Young" ceased to apply years ago, but expect plenty of kneeling around the Acura Stage on Jazz Fest's final Sunday, when a longtime target of the festival makes his Fair Grounds bow between sets by New Orleans royalty Allen Toussaint and the Neville Brothers. Neil Young was already 10 years into his second career as a solo musician when the Nevilles issued their self-titled Capitol debut in 1978. In that watershed era for American music — revisited brilliantly on his double-LP 1977 retrospective, Decade — few recording artists loomed larger than Young, who went from Buffalo Springfield Cali-folkie and sometime Crosby, Stills & Nash backbone to Harvest's lone ranger and Crazy Horse's garage-rocking firewalker, a split personality he upheld in the decades to come.
Now 63, the Toronto native has always fed off such disparities. His 2006 protest album Living With War refutes the patriotic strains of 1980's Hawks & Doves, and the years that followed the latter saw him trying on genres like masks: throwaway hard rock (Re-ac-tor), dated dance punk (the vocoder-voiced Trans) and affected rockabilly (Everybody's Rockin', which was even attributed to a fictional group, Neil & the Shocking Pinks). Young rebounded, of course, closing the '80s with reunions with CSNY and Crazy Horse and tapping new generations of fans in the '90s through partnerships with Sonic Youth, Pearl Jam and avant-garde filmmaker Jim Jarmusch, who captured Young on tour in a 1997 documentary, The Year of the Horse.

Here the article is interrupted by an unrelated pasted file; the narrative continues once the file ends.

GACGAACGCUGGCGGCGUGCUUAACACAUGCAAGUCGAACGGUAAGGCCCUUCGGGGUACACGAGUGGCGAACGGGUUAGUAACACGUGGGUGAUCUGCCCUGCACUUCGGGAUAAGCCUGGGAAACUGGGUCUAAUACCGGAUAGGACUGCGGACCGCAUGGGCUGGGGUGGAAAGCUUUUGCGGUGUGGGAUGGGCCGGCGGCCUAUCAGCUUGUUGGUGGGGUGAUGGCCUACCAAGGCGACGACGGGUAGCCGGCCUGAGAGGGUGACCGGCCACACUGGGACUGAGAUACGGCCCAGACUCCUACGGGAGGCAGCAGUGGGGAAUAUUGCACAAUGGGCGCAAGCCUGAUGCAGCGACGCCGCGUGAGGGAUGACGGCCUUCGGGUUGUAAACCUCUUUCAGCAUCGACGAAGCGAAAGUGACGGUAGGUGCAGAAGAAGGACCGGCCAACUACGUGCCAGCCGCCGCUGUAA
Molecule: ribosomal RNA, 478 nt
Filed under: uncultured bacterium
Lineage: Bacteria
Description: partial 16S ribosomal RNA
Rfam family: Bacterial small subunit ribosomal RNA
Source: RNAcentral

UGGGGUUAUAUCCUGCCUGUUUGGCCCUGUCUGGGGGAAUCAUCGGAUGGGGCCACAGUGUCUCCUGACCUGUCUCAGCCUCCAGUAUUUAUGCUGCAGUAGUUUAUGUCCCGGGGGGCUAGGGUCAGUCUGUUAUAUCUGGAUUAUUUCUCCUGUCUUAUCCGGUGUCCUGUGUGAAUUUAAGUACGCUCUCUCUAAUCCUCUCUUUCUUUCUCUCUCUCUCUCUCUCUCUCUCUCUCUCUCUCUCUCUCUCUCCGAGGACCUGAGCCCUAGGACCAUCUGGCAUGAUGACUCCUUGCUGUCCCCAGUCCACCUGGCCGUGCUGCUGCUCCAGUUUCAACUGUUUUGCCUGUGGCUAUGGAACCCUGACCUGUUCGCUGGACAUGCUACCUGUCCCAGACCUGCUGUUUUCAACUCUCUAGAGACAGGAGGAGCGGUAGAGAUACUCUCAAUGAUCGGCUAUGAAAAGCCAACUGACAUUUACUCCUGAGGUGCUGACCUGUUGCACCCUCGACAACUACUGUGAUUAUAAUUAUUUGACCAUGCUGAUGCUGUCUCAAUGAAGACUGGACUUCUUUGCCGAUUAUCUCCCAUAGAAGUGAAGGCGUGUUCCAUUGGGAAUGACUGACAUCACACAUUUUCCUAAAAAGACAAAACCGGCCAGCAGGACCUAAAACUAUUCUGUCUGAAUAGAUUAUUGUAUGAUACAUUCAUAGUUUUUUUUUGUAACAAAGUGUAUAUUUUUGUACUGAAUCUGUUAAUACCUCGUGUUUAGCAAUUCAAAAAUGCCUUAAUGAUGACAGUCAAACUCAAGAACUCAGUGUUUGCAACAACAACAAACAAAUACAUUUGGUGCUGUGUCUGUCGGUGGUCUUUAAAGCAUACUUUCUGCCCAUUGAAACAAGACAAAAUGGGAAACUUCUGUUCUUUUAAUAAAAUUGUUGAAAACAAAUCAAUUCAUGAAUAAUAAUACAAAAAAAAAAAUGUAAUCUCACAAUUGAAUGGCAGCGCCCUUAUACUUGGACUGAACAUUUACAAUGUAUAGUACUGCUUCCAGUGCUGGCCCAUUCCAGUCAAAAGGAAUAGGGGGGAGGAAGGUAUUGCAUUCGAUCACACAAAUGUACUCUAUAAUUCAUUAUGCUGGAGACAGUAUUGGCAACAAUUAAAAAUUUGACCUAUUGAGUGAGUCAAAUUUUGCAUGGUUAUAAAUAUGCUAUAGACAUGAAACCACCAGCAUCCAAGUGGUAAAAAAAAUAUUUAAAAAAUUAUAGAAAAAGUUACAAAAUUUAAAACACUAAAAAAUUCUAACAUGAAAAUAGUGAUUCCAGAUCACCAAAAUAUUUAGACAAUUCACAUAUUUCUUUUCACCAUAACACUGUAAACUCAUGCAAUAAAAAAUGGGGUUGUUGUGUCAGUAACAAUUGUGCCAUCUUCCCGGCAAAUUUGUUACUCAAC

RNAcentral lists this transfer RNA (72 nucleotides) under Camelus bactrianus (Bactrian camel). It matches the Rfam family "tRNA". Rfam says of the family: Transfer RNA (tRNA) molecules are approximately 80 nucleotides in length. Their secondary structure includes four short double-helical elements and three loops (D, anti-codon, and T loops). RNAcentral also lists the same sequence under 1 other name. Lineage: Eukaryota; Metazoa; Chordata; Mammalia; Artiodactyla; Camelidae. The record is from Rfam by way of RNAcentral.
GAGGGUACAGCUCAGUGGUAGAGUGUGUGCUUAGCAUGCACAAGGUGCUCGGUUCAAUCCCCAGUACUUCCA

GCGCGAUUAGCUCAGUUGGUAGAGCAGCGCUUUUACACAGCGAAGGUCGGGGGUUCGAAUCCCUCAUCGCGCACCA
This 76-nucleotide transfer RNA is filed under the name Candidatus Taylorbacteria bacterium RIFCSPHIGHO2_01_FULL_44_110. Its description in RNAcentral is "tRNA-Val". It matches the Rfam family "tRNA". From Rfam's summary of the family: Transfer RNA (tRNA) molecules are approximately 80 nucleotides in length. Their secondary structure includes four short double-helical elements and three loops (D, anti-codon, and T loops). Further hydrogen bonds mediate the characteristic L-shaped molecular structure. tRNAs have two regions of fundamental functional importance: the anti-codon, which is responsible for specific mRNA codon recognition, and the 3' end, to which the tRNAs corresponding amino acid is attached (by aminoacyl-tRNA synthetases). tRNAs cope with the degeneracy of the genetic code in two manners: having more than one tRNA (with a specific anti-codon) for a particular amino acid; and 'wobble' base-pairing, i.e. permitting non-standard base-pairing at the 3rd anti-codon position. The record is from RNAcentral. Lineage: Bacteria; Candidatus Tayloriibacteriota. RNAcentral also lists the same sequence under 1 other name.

A near-death experience in 2005, including treatment for and recovery from a brain aneurysm, hasn't hindered the prolific artist, as three studio albums, two live reissues and one boxed set attest. His latest, Fork in the Road, appeared on longtime home Reprise in April. In effect a eulogy for the flailing auto industry, it's delivered in the same apparitional shiver fans first heard on Buffalo Springfield's eponymous 1966 debut. "Just singing a song won't change the world," one chorus goes. Singing hundreds of them, however, is another story.
2:55 p.m. Sun., May 3